One has to pity Greece’s battered citizenry. European finance ministers have agreed to provide the country with a much-needed loan disbursement, but have attached the most onerous of budget austerity strings.
If Greece’s own past experience with budget austerity in a Euro straitjacket is any guide, those strings are likely to ensure that Greece will not emerge anytime soon from its six-year economic depression. That has to be regretted since that depression is now on a scale of that experienced by the United States in the 1930s. It has also seen Greek unemployment rise to its present 24 percent level.
To its credit, the International Monetary Fund has finally, if belatedly, come around to the view that excessive budget austerity within a Euro straitjacket was a principal contributor to the Greek economic implosion over the past six years. For that reason, the IMF has been forcefully arguing that Europe should offer Greece substantial debt reduction.
The IMF has done so with the hope that this might limit the amount of budget adjustment that might be required of Greece to ensure debt sustainability. In that context, the IMF has been suggesting that the most that should be reasonably required of Greece on a long-term basis is a 1.5 percent of GDP primary budget surplus (a surplus excluding interest payments). That is to be compared with the 3.5 percentage points of GDP primary budget surplus still being demanded by Greece’s European partners.
Sadly, European finance ministers chose to largely ignore the IMF’s counsel. While agreeing to release Greece a much needed $10 billion loan tranche, it insisted that any notion of Greek debt restructuring be deferred until 2018. Though of course not explicitly stated, that latter date would conveniently be after the German elections were safely out of the way and would thereby ensure that Greek debt reduction did not become an issue in those elections.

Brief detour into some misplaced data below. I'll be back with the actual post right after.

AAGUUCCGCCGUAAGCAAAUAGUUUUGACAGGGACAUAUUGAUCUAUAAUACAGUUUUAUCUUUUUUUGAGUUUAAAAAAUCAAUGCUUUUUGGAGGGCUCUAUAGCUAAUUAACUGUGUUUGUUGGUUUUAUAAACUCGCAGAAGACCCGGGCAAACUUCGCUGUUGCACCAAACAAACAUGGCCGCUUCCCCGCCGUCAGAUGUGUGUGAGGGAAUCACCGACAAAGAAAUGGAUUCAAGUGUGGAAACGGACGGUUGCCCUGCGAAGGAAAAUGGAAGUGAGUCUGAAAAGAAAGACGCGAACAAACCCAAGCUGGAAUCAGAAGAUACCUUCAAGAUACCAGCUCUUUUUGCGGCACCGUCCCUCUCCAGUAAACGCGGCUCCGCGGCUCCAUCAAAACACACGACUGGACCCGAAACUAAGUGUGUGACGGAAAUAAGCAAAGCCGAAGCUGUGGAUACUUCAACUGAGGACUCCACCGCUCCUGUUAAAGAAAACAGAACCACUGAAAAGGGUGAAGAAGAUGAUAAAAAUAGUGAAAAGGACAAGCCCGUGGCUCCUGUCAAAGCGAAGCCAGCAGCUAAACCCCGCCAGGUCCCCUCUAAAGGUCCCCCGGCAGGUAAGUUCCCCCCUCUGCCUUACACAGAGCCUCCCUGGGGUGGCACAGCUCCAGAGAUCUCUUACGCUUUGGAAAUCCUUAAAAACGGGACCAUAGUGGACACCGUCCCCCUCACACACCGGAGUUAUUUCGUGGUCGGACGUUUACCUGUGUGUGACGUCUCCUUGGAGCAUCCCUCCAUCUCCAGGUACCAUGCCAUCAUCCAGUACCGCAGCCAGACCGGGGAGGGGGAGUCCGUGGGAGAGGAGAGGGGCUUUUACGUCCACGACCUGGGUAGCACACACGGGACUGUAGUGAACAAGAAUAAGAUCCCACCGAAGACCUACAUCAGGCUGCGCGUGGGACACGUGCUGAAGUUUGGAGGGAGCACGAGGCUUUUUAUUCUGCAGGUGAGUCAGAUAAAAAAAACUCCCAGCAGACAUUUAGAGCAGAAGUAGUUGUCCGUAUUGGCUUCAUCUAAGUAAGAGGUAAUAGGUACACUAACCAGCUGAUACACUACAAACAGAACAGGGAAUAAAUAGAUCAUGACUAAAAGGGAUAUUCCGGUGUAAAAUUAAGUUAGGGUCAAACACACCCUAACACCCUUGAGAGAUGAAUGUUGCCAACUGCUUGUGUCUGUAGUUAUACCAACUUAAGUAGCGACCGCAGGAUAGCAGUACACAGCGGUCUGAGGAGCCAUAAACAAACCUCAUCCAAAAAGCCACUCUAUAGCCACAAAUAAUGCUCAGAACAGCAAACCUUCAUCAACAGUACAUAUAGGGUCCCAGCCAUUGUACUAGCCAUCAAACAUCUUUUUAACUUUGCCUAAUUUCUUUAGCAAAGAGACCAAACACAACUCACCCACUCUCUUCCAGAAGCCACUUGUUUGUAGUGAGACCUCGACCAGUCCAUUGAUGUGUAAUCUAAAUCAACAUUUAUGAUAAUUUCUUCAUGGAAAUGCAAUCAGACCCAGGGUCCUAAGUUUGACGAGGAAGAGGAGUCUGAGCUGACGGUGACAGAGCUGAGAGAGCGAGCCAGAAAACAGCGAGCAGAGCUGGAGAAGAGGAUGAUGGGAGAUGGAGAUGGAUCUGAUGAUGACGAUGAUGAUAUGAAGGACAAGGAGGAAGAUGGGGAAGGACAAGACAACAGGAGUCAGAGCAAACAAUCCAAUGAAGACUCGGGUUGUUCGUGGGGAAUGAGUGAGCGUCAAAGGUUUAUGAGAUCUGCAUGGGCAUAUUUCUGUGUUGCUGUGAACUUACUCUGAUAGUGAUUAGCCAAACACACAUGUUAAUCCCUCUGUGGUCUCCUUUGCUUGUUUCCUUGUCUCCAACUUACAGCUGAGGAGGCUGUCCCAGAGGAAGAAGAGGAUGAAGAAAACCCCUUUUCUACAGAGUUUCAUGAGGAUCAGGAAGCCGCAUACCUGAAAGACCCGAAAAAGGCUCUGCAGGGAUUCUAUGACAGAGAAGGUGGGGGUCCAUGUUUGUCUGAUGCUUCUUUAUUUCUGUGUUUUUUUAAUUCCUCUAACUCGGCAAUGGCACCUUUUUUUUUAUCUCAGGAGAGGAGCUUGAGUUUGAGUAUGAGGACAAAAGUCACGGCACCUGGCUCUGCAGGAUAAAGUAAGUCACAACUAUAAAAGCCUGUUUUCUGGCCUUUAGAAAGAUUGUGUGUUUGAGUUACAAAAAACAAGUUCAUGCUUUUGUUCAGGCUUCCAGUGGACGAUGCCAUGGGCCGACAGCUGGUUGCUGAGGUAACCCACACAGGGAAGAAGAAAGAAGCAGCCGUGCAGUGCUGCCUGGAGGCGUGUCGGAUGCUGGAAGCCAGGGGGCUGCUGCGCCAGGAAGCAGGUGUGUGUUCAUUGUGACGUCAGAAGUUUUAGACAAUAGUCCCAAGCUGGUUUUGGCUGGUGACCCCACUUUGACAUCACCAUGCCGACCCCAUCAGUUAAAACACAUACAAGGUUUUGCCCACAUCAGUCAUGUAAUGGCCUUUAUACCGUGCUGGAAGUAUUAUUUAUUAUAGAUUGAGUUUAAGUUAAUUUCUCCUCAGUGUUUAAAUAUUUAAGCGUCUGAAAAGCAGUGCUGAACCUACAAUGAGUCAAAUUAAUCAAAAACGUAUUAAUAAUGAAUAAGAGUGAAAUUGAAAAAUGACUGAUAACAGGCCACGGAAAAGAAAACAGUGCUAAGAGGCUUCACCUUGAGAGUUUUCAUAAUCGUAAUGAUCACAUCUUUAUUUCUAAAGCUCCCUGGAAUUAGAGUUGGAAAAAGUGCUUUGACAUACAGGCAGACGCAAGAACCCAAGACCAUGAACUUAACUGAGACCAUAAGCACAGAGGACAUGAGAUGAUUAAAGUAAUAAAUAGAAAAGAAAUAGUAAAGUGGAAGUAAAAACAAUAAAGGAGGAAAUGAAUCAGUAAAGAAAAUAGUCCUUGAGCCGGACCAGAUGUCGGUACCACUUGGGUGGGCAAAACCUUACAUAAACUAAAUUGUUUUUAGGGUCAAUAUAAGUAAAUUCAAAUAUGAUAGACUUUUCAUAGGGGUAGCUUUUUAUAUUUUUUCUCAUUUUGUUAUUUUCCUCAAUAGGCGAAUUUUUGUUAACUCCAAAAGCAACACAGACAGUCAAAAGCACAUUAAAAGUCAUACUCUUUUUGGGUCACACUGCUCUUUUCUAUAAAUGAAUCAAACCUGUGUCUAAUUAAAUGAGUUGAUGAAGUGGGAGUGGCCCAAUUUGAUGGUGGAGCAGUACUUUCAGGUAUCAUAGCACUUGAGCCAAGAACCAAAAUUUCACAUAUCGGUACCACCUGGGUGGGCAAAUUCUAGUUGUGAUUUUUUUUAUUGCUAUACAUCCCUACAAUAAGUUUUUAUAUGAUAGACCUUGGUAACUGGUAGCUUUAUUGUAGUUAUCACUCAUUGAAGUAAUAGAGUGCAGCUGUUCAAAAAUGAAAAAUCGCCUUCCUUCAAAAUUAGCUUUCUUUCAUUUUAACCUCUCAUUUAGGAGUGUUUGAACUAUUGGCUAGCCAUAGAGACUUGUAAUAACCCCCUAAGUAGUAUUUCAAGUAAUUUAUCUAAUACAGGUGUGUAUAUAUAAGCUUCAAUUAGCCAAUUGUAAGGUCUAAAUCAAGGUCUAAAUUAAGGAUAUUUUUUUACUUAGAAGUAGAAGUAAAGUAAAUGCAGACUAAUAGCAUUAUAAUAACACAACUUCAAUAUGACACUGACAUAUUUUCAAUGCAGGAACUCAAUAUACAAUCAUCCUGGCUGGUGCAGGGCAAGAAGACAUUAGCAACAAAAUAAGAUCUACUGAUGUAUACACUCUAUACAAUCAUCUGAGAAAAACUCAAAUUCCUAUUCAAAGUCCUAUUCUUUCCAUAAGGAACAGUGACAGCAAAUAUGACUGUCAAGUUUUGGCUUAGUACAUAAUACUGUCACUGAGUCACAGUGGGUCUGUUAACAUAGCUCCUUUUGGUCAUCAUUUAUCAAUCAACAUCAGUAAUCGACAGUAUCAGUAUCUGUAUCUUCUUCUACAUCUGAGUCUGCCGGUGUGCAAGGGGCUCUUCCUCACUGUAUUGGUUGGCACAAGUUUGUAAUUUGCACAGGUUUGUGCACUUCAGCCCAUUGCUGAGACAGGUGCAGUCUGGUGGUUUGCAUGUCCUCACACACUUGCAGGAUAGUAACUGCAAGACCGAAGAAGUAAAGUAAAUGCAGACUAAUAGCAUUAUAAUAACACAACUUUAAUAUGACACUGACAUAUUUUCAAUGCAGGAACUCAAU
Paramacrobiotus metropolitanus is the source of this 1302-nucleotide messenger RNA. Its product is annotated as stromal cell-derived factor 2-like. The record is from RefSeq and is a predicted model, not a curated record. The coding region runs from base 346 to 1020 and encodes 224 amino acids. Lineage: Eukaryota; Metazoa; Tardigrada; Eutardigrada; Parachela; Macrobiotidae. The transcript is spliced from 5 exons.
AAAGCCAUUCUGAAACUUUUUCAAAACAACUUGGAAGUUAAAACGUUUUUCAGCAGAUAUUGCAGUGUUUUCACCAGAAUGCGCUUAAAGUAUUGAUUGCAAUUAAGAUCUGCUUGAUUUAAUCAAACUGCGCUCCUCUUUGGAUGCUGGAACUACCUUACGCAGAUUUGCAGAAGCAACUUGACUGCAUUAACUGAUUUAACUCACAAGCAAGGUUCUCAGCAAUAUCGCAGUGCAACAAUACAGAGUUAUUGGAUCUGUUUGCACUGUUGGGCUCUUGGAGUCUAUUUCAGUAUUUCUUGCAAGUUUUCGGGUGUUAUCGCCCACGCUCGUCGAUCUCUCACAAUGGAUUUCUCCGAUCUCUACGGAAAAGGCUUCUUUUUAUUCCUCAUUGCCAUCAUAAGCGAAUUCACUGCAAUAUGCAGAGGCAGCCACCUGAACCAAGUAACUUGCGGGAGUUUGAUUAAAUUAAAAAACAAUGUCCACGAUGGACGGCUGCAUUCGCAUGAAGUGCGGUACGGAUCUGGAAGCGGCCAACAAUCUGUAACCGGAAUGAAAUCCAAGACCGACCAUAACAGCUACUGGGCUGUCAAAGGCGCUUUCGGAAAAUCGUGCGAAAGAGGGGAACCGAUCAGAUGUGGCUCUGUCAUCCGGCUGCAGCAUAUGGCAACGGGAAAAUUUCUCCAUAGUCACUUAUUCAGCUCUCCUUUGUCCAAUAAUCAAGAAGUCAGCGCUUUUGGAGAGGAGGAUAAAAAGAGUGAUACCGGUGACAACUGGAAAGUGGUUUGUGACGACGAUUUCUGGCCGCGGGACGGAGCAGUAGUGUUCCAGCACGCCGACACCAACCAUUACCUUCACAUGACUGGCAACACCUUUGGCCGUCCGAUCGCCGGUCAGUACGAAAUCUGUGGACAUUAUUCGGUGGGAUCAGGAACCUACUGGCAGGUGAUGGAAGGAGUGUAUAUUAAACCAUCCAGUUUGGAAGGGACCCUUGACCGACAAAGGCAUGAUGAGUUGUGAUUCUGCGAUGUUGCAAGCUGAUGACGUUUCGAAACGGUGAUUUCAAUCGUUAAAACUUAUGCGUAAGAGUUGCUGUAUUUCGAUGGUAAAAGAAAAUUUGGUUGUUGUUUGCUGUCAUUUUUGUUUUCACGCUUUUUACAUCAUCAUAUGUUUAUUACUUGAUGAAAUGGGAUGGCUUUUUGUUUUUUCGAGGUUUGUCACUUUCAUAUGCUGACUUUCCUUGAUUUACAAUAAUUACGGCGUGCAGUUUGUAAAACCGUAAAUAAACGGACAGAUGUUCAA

In the meantime, the Greeks are now expected to deliver on their original commitment of attaining a 3.5 percent primary budget surplus by 2018. They are to do so even though the IMF estimates that delivery of such a budget surplus would require as much as 4.5 percentage points of budget adjustment over the next two years.
To make sure that the Greeks deliver on this primary budget surplus target, the European finance ministers not only required of Greece painful upfront tax increases as a precondition for releasing the latest loan disbursement. They also required of Greece a firm commitment to contingency budget measures amounting to close to 2 percentage points of GDP. Those measures are to be implemented in the event that the primary budget surplus target appeared to be going off track.
The very scale of the budget austerity measures now still being required of Greece has to raise two basic questions. First, if excessive budget austerity in the past within a Euro straitjacket has brought Greece to its dreadful current economic and social pass, will more budget austerity within that same Euro straitjacket now produce any better a result? This question would seem especially to be of relevance when the Greek government is in an even weaker position now than before to undertake structural economic reforms. Second, if Greece fails to have meaningful economic growth, why will Greece’s debt become any less unsustainable than the IMF thinks it is today?
This is not to suggest that these questions are not being seriously asked by the European finance ministers. Rather, it is to suggest that Greece is once again being cynically sacrificed for the political convenience of its European taskmasters. This is all too likely to prove shortsighted as this latest round of austerity runs the real risk of ensuring that Greece becomes a failed state as its economic depression only deepens.
Desmond Lachman is a resident fellow at the American Enterprise Institute. He was formerly a deputy director in the International Monetary Fund's Policy Development and Review Department and the chief emerging market economic strategist at Salomon Smith Barney.
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